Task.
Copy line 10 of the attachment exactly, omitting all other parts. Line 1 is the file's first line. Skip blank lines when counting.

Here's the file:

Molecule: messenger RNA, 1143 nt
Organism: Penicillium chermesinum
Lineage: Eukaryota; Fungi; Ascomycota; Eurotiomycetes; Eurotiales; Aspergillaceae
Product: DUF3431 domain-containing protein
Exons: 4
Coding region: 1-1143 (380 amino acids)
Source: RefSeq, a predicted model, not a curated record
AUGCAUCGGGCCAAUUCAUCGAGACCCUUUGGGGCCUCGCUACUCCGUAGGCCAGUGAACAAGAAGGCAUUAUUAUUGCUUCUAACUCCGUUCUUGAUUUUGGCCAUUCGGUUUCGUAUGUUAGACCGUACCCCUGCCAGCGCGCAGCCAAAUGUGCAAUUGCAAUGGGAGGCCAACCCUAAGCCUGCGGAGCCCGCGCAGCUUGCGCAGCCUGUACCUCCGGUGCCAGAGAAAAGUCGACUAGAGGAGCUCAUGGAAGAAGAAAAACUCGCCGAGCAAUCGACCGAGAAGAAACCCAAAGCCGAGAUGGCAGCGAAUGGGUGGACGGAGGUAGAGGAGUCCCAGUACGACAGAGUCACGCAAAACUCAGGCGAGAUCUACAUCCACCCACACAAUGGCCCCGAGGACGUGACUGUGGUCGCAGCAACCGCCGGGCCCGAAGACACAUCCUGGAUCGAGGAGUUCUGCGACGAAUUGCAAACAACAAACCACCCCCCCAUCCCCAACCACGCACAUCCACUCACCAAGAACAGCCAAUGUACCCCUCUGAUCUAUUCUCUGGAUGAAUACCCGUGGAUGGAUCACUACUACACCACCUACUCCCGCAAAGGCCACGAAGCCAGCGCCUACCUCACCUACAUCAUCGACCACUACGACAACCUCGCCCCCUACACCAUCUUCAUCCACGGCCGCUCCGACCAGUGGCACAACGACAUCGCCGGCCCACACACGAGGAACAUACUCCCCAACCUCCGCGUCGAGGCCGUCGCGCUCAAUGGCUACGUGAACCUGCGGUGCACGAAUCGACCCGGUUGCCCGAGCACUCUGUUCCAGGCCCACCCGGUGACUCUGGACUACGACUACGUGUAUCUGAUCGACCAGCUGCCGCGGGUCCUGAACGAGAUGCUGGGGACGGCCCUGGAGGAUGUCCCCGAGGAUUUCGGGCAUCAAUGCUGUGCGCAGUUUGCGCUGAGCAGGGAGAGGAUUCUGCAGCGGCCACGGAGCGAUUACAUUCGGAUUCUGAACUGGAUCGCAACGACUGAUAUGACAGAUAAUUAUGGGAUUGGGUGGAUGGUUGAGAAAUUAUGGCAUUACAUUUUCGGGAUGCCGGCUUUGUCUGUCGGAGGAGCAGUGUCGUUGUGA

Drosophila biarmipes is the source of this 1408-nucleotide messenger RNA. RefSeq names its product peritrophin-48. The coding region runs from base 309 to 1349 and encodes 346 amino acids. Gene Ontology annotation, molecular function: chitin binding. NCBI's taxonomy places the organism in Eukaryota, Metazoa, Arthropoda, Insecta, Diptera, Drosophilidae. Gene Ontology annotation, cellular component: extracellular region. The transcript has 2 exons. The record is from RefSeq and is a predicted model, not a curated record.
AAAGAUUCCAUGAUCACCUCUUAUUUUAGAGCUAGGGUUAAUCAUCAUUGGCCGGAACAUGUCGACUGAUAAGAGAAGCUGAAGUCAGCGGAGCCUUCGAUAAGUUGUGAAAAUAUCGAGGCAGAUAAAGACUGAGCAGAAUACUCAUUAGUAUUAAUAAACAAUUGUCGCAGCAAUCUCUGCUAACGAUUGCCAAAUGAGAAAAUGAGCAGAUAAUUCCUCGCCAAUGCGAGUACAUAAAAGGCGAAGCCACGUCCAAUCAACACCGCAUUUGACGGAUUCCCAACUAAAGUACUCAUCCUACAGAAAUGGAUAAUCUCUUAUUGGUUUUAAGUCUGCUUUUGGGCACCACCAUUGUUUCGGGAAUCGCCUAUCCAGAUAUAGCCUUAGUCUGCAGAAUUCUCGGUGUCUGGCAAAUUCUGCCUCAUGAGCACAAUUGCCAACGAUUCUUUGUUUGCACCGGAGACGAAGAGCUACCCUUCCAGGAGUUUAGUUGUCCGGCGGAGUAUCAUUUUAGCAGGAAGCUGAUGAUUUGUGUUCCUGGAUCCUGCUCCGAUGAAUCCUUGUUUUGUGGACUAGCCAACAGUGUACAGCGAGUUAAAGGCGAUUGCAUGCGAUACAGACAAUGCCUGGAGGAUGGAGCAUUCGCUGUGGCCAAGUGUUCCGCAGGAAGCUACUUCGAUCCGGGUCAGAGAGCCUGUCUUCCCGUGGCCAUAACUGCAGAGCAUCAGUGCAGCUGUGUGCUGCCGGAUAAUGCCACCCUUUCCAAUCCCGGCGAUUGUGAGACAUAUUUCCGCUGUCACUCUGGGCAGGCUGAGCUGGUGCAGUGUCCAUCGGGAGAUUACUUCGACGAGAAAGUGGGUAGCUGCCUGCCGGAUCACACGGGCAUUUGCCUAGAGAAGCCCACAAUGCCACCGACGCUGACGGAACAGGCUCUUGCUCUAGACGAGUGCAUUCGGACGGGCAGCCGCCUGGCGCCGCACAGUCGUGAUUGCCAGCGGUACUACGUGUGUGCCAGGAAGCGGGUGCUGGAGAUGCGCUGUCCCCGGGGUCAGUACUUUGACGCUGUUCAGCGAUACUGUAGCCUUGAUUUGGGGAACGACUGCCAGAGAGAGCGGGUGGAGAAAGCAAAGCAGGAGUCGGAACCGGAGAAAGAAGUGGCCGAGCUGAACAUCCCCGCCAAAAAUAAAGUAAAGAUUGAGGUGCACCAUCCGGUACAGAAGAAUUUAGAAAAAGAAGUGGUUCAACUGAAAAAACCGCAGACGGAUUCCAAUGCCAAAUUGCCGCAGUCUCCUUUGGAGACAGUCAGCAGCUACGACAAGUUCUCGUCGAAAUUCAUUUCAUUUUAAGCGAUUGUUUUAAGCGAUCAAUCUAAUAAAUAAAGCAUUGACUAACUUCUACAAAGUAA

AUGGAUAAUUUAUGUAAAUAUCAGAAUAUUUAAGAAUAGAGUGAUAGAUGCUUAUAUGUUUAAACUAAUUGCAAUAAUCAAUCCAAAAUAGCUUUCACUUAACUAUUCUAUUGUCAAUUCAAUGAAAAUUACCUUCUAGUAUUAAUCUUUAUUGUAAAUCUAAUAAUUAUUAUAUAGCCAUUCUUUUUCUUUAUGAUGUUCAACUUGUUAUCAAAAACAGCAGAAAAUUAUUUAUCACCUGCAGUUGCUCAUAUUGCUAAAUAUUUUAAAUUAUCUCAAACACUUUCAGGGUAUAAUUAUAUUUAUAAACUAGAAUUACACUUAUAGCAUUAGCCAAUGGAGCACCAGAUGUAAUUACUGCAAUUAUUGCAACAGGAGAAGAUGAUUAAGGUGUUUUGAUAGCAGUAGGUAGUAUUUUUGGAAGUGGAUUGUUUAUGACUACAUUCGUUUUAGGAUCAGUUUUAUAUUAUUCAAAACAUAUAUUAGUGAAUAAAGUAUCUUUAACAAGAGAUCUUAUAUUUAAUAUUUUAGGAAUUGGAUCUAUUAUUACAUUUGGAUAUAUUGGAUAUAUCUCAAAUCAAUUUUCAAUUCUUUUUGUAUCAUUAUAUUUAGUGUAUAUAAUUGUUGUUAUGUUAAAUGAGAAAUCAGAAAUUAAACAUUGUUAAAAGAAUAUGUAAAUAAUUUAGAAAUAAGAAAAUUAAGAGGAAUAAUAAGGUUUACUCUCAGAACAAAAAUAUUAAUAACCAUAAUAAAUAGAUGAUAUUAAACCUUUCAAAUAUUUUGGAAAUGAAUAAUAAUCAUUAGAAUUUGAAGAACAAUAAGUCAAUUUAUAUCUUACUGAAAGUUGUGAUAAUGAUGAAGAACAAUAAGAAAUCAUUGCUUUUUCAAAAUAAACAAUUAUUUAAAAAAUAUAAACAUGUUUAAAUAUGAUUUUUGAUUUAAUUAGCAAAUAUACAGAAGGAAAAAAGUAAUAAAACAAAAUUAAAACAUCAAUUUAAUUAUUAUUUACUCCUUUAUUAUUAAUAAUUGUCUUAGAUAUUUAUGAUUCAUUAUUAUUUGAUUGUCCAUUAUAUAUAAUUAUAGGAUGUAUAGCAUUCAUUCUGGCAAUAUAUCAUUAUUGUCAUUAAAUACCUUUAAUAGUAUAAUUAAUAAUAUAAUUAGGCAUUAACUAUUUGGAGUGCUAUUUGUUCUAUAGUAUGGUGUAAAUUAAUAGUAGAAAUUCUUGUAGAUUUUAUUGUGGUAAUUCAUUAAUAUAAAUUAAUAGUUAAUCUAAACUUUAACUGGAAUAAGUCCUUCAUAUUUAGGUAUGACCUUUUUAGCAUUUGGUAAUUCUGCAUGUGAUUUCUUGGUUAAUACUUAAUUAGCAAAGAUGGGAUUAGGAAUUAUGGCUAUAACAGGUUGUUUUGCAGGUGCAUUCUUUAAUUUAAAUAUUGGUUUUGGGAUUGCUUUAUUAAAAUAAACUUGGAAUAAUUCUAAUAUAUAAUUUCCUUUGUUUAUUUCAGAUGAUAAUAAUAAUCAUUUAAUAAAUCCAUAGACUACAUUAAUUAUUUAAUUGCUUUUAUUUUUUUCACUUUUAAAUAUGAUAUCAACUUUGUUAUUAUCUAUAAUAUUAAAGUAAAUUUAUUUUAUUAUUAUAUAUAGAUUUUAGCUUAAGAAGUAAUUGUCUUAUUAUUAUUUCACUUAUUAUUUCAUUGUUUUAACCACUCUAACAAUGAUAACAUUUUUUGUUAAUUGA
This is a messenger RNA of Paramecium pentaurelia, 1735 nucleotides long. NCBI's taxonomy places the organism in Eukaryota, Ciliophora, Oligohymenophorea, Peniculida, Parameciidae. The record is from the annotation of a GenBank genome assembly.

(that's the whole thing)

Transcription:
AAAGAUUCCAUGAUCACCUCUUAUUUUAGAGCUAGGGUUAAUCAUCAUUGGCCGGAACAUGUCGACUGAUAAGAGAAGCUGAAGUCAGCGGAGCCUUCGAUAAGUUGUGAAAAUAUCGAGGCAGAUAAAGACUGAGCAGAAUACUCAUUAGUAUUAAUAAACAAUUGUCGCAGCAAUCUCUGCUAACGAUUGCCAAAUGAGAAAAUGAGCAGAUAAUUCCUCGCCAAUGCGAGUACAUAAAAGGCGAAGCCACGUCCAAUCAACACCGCAUUUGACGGAUUCCCAACUAAAGUACUCAUCCUACAGAAAUGGAUAAUCUCUUAUUGGUUUUAAGUCUGCUUUUGGGCACCACCAUUGUUUCGGGAAUCGCCUAUCCAGAUAUAGCCUUAGUCUGCAGAAUUCUCGGUGUCUGGCAAAUUCUGCCUCAUGAGCACAAUUGCCAACGAUUCUUUGUUUGCACCGGAGACGAAGAGCUACCCUUCCAGGAGUUUAGUUGUCCGGCGGAGUAUCAUUUUAGCAGGAAGCUGAUGAUUUGUGUUCCUGGAUCCUGCUCCGAUGAAUCCUUGUUUUGUGGACUAGCCAACAGUGUACAGCGAGUUAAAGGCGAUUGCAUGCGAUACAGACAAUGCCUGGAGGAUGGAGCAUUCGCUGUGGCCAAGUGUUCCGCAGGAAGCUACUUCGAUCCGGGUCAGAGAGCCUGUCUUCCCGUGGCCAUAACUGCAGAGCAUCAGUGCAGCUGUGUGCUGCCGGAUAAUGCCACCCUUUCCAAUCCCGGCGAUUGUGAGACAUAUUUCCGCUGUCACUCUGGGCAGGCUGAGCUGGUGCAGUGUCCAUCGGGAGAUUACUUCGACGAGAAAGUGGGUAGCUGCCUGCCGGAUCACACGGGCAUUUGCCUAGAGAAGCCCACAAUGCCACCGACGCUGACGGAACAGGCUCUUGCUCUAGACGAGUGCAUUCGGACGGGCAGCCGCCUGGCGCCGCACAGUCGUGAUUGCCAGCGGUACUACGUGUGUGCCAGGAAGCGGGUGCUGGAGAUGCGCUGUCCCCGGGGUCAGUACUUUGACGCUGUUCAGCGAUACUGUAGCCUUGAUUUGGGGAACGACUGCCAGAGAGAGCGGGUGGAGAAAGCAAAGCAGGAGUCGGAACCGGAGAAAGAAGUGGCCGAGCUGAACAUCCCCGCCAAAAAUAAAGUAAAGAUUGAGGUGCACCAUCCGGUACAGAAGAAUUUAGAAAAAGAAGUGGUUCAACUGAAAAAACCGCAGACGGAUUCCAAUGCCAAAUUGCCGCAGUCUCCUUUGGAGACAGUCAGCAGCUACGACAAGUUCUCGUCGAAAUUCAUUUCAUUUUAAGCGAUUGUUUUAAGCGAUCAAUCUAAUAAAUAAAGCAUUGACUAACUUCUACAAAGUAA